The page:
Located between the South African towns of Wakkerstroom and Luneburg, the KwaMandlangampisi Protected Environment - named after a local mountain - encompasses high altitude grasslands, wetlands and indiginous mist-belt forests that are home to a variety of wildlife including South Africa's three crane species and the rare Oribi. It also forms a critical water catchment area for two rivers and a dam which provide clean water and electricity for the entire region.
The declaration of the area as a Protected Environment has been hailed as a conservation success story by South African conservationists, as the grasslands have also been under threat as prospecting rights for coal mining in the Wakkerstroom/Luneburg area raised fears of future development in the area. The case received considerable international attention (see: BirdLife International's Press Release from 14 November 2008) as the extraction of coal in the region would destroy habitats used by over 300 bird species including South Africa's national bird, the Blue Crane (Grus paradisea).
Efforts by the World Wide Fund for Nature (WWF) and Nedbank's Green Trust, supported by campaigns carried out by BirdLife South Africa and the local commitment and involvement of farmers have lead to the successful declaration of the area as a Protected Environment and have removed the immediate mining threat.
The local farmers, together with WWF, BirdLife South Africa and the Botanical Society launched two high court applications to get the prospecting rights set aside, whereby the mining company ultimately abandoned its rights and recently concluded settlement negotiations with the affected parties.
Angus Burns (WWF South Africa and Coordinator of the Enkangala Grasslands Project), who gave a presentation on the ecological importance of the Wakkerstroom Wetland area to participants of the WOW Project Meeting in Wakkerstroom in March 2010 , also played an important role in this positive outcome. Working closely with farmers, communities and the Mpumalanga Tourism and Parks Agency (MTPA), he has been part of an eight-year drive by the WWF and Nedbank's Greent Trust to recognize the critical water production role of the high-altitude grasslands in the Mpumalanga area.
"Working towards this Protected Environment has been a true partnership between many different collaborators and we are all really excited that so many years of hard work have paid off. The precedent for Protected Environments has been established and it can only get better from here." said Angus in an interview he gave West Cape News in September 2010.
• "Protected environment victory for SA" Article in West Cape News / Published: 21 September 2010
WOW Demonstration Project in Wakkerstroom
In an effort to promote the equitable distribution of tourism income around Wakkerstroom, BirdLife South Africa, through support from the WOW project, has managed to successfully develop the capacity of the local communities in and around Wakkerstroom to manage the key wetland sites and to protect Wakkerstroom's birdlife, while also enhancing community livelihoods through environmentally friendly and economically viable income-generating activities.
The community projects supported by WOW in Wakkerstroom, have included a "community garden" being run by a group of local women, where organically-grown vegetables are produced both for their own consumption and for sale to the hotels and restaurants in and around Wakkerstroom.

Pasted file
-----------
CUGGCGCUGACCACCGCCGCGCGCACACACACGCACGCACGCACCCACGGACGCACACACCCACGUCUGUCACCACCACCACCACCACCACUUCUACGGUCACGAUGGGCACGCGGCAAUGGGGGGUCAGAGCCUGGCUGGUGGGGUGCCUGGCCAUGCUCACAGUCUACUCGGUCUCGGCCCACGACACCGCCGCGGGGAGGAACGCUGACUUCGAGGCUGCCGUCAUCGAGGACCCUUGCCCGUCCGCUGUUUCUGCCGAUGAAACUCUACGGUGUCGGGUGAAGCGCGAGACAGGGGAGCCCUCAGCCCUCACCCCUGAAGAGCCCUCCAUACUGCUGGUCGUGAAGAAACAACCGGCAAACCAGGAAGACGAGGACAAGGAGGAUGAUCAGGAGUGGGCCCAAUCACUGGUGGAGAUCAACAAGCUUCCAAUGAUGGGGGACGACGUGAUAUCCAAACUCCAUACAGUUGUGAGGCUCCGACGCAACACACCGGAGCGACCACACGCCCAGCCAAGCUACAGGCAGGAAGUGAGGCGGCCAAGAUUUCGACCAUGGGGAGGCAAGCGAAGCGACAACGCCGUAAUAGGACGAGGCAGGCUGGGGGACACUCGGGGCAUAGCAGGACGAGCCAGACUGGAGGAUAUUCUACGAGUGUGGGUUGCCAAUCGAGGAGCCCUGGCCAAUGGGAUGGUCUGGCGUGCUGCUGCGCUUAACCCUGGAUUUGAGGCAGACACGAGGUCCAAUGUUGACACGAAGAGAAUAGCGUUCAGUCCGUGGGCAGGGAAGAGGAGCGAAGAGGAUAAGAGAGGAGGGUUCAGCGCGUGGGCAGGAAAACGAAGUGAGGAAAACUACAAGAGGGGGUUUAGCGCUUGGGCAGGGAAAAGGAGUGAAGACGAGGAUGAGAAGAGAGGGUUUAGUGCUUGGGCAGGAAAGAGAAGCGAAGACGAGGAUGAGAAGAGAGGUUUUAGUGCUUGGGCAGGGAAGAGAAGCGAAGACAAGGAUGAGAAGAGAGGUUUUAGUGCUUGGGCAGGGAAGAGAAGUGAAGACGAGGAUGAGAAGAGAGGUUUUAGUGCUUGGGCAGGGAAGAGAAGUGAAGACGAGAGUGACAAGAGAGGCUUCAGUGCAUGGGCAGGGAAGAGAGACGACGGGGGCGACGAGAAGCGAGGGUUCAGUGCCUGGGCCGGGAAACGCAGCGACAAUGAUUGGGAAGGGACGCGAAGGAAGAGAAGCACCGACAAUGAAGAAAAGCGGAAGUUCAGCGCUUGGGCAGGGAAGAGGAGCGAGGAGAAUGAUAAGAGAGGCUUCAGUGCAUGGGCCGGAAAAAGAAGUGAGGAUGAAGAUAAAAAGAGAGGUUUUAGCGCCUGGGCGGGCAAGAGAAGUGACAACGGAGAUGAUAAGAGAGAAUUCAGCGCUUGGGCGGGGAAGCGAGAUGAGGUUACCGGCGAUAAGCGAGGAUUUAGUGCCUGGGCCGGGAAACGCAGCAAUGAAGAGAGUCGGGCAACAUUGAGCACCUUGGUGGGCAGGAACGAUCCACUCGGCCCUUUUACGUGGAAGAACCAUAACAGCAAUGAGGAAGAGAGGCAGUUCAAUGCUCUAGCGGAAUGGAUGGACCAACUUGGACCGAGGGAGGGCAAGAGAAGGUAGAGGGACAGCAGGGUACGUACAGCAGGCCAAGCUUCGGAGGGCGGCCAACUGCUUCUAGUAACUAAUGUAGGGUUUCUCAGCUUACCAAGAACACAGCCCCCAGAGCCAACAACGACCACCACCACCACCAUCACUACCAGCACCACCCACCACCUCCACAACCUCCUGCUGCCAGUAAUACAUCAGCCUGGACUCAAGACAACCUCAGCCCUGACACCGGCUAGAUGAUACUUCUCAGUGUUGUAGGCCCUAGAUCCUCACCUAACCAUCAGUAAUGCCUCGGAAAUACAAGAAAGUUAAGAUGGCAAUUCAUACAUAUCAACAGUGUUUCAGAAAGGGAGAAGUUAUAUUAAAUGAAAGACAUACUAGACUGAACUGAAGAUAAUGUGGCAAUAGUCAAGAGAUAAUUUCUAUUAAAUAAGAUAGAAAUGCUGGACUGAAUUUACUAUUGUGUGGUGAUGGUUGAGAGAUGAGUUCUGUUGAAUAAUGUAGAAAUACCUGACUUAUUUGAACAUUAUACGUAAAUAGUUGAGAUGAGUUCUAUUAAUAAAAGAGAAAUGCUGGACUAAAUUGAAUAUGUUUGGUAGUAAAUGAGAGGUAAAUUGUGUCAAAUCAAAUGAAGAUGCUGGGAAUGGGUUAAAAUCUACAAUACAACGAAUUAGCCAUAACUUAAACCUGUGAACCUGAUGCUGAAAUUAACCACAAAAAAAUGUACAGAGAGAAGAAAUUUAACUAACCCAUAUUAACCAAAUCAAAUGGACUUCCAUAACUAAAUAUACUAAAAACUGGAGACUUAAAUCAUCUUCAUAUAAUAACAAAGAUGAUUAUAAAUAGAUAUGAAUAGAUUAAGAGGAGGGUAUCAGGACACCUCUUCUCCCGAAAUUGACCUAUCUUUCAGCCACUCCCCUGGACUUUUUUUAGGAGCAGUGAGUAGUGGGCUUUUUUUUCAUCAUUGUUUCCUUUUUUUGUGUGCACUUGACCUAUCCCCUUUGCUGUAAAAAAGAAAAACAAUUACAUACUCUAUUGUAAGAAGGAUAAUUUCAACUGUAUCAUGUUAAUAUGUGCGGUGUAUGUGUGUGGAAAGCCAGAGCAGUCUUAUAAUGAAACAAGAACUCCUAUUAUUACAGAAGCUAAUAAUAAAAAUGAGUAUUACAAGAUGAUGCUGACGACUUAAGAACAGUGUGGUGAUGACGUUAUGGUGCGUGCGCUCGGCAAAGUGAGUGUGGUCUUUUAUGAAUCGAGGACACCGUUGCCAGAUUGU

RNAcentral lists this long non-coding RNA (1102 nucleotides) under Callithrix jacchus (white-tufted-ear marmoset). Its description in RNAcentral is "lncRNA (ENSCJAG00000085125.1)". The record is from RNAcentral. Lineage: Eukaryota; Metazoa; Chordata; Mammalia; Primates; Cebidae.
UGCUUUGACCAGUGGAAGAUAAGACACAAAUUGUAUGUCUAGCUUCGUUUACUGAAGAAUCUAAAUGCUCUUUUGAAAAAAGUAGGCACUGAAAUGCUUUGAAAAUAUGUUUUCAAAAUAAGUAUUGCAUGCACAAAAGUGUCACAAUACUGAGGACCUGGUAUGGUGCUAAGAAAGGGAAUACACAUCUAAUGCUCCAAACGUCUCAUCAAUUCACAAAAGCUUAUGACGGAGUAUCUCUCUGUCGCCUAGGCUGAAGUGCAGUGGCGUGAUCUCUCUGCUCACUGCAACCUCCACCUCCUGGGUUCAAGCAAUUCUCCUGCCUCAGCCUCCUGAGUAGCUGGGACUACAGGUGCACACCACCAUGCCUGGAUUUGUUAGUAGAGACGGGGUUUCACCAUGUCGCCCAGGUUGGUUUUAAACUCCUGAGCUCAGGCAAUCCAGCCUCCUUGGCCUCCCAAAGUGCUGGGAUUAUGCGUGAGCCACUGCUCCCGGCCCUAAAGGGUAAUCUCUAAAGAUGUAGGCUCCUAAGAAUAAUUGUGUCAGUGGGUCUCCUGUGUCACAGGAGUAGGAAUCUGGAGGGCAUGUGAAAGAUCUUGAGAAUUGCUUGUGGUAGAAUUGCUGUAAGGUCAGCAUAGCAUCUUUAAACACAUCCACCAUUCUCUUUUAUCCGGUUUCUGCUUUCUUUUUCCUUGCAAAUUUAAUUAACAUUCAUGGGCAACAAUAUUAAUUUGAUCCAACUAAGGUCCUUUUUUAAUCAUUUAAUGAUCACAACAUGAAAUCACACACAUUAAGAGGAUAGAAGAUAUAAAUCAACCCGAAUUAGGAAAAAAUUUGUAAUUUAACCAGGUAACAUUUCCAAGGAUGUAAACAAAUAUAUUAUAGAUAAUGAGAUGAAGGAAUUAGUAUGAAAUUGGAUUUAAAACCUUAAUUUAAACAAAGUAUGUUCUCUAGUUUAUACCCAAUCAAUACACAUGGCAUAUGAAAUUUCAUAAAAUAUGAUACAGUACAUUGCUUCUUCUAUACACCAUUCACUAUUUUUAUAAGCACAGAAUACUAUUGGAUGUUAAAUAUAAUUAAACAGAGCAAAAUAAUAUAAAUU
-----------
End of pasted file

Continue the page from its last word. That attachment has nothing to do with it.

Another interesting initiative which was initiated by BirdLife South Africa's Community Based Conservation Division through the support of WOW has been the Indalo Carving Project. Here, wood from non-native trees is being carved into sculptures of birds which are found around Wakkerstroom and to sell them to tourists visiting the area. As an example to others, the self-taught carver Mr. Muzi Makhubu has been able to establish an alternative livelihood in this way, which is not only contributing to local conservation by cutting down alien trees, but which also represents a healthy link between his income, the birdwatching tourism and the conservation of birds in Wakkerstroom.
BirdLife Visitor Centre
The WOW Project has also contributed to the renovation and re-development of the BirdLife Visitor Centre in Wakkerstroom. The BirdLife Visitor Centre, also known as the Wakkerstroom Wetland Reserve and Training Centre lies directly adjacent to the Wakkerstroom wetlands, which are known to birdwatchers around the world as one of South Africa's best options for birding. The centre now offers both accommodation and catering for tourists visiting the wetland area, basic conference and meeting services and also functions as a nature education centre for schools and provides work for a number of bird and nature guides from the surrounding rural area. The centre is now being successfully managed by Andre Steenkamp and Kristi Garland, who can be contacted at: email@example.com
Wings over Wetlands (WOW) is a joint effort between UNEP/GEF (The Global Environment Facility), Wetlands International, BirdLife International, the African-Eurasian Waterbirds Agreement (AEWA), The German Federal Agency for Nature Conservation (BfN), the Ramsar Convention on Wetlands, the United Nations Office for Project Services (UNOPS), the United Nations Environment Programme’s World Conservation Monitoring Centre (UNEP-WCMC) and a range of donors and local partners along the African-Eurasian Flyways.
For more information please download our latest WOW Project Newsletter: Flyway Conservation at Work - Across Africa and Eurasia or contact us directly.